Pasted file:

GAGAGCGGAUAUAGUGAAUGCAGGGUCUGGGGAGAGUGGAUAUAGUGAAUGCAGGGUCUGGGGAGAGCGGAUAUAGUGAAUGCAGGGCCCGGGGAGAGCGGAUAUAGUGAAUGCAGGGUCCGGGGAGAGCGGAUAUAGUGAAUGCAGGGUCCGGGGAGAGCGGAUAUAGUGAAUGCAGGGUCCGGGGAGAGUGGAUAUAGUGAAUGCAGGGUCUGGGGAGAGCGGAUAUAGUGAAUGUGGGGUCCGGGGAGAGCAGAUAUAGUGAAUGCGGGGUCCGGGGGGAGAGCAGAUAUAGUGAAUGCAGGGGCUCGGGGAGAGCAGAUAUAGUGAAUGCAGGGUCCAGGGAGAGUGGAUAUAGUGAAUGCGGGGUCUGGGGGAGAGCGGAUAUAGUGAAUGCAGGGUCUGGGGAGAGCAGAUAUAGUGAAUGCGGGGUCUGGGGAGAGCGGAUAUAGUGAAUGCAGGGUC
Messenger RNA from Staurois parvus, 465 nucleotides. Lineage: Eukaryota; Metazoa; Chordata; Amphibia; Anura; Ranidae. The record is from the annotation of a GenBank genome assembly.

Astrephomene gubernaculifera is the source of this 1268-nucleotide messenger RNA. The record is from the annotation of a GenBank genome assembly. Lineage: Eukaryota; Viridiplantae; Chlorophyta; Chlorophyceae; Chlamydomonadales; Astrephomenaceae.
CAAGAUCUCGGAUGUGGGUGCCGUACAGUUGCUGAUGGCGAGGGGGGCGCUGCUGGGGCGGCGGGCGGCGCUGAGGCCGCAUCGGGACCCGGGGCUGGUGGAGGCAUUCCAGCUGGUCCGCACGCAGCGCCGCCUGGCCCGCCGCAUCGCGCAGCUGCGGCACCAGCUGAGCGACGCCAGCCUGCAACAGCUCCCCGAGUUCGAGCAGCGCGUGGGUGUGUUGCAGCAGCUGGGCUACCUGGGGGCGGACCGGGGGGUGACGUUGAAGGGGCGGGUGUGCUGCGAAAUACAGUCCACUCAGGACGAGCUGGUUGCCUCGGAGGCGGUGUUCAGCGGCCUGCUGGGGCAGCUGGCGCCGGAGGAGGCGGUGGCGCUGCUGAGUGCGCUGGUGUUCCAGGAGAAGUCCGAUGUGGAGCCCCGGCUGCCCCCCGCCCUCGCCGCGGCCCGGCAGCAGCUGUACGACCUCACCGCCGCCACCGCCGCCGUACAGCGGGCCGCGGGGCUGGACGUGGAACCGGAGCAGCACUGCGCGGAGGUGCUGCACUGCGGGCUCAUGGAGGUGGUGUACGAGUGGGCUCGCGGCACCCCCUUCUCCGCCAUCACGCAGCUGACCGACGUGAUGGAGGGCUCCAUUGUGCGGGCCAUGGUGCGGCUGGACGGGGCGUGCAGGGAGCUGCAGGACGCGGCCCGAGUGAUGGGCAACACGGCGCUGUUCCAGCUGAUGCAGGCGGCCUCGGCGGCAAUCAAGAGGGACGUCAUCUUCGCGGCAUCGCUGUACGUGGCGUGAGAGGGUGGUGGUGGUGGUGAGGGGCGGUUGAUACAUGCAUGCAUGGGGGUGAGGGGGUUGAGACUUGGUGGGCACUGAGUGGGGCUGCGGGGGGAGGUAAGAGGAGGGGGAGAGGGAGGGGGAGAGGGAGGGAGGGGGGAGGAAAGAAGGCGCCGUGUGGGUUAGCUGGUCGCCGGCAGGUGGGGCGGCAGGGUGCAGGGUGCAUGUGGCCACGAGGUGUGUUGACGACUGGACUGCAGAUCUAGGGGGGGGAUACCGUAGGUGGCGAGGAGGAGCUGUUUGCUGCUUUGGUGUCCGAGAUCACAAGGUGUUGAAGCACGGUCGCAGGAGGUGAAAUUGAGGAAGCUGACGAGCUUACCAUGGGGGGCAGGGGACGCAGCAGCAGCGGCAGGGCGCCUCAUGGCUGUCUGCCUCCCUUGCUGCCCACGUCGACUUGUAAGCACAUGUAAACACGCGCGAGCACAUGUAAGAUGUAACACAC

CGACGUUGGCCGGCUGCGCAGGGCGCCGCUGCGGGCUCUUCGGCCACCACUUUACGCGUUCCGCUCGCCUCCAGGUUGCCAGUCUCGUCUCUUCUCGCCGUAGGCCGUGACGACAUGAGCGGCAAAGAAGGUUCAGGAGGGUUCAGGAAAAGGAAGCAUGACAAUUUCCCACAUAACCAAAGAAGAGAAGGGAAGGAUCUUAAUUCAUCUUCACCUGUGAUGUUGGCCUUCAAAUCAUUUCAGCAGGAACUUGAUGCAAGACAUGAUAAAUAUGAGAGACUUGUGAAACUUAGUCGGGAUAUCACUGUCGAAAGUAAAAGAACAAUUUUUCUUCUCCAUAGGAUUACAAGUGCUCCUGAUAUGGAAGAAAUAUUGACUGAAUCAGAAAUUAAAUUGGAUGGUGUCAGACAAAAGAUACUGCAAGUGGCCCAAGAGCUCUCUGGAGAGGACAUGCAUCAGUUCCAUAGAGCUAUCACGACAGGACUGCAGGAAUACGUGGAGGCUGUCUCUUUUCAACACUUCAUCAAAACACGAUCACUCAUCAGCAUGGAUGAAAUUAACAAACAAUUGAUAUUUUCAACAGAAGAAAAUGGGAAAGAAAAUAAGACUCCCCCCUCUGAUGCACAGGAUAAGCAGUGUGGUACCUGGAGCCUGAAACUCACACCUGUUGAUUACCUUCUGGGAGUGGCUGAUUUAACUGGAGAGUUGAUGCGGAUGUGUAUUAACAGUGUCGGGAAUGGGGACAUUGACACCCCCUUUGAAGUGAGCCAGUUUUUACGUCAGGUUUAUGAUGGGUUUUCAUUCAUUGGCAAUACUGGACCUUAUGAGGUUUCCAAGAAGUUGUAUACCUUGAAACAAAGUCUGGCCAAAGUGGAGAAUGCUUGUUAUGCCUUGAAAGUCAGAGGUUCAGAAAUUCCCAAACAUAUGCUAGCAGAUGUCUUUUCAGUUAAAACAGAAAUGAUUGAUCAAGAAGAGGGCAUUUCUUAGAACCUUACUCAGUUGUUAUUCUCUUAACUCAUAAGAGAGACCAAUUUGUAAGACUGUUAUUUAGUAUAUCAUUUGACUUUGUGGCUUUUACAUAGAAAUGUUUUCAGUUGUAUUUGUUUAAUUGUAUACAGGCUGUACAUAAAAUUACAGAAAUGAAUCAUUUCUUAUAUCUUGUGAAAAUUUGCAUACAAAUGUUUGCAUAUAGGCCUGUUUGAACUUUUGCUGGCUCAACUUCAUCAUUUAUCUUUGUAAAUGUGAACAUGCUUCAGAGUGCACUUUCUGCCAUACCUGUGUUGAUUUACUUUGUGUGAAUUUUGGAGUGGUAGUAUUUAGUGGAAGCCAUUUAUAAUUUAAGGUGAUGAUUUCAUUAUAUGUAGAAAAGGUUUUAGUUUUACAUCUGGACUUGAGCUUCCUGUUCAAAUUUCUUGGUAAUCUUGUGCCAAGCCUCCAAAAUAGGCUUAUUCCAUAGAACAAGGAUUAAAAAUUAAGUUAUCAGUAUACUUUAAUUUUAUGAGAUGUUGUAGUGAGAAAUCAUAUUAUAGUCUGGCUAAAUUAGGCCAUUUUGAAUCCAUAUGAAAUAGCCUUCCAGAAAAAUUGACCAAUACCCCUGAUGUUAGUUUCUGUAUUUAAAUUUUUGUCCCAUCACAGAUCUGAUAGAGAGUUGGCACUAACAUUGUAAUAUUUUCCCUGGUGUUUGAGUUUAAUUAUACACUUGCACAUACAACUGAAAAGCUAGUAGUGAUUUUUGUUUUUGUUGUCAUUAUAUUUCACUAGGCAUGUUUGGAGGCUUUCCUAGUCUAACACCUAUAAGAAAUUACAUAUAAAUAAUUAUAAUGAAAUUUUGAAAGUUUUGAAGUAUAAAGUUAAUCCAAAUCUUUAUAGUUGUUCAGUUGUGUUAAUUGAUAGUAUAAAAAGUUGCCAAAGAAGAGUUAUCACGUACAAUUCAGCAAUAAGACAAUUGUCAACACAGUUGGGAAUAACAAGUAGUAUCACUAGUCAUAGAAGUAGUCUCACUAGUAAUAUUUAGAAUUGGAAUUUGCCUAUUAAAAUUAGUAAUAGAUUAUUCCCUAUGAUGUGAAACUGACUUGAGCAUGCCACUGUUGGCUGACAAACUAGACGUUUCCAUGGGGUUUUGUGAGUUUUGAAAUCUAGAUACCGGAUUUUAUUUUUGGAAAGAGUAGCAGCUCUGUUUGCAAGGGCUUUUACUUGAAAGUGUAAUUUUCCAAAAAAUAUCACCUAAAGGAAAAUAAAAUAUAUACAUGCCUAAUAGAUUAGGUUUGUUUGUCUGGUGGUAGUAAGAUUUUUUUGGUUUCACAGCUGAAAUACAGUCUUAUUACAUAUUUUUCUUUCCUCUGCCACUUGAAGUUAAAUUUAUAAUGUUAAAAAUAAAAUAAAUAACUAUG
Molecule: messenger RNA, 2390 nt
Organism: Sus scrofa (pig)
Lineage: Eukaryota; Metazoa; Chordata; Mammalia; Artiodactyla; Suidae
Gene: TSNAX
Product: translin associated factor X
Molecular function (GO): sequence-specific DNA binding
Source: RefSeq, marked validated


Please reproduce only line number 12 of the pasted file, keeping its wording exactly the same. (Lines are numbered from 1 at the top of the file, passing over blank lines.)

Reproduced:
Source: RefSeq, marked validated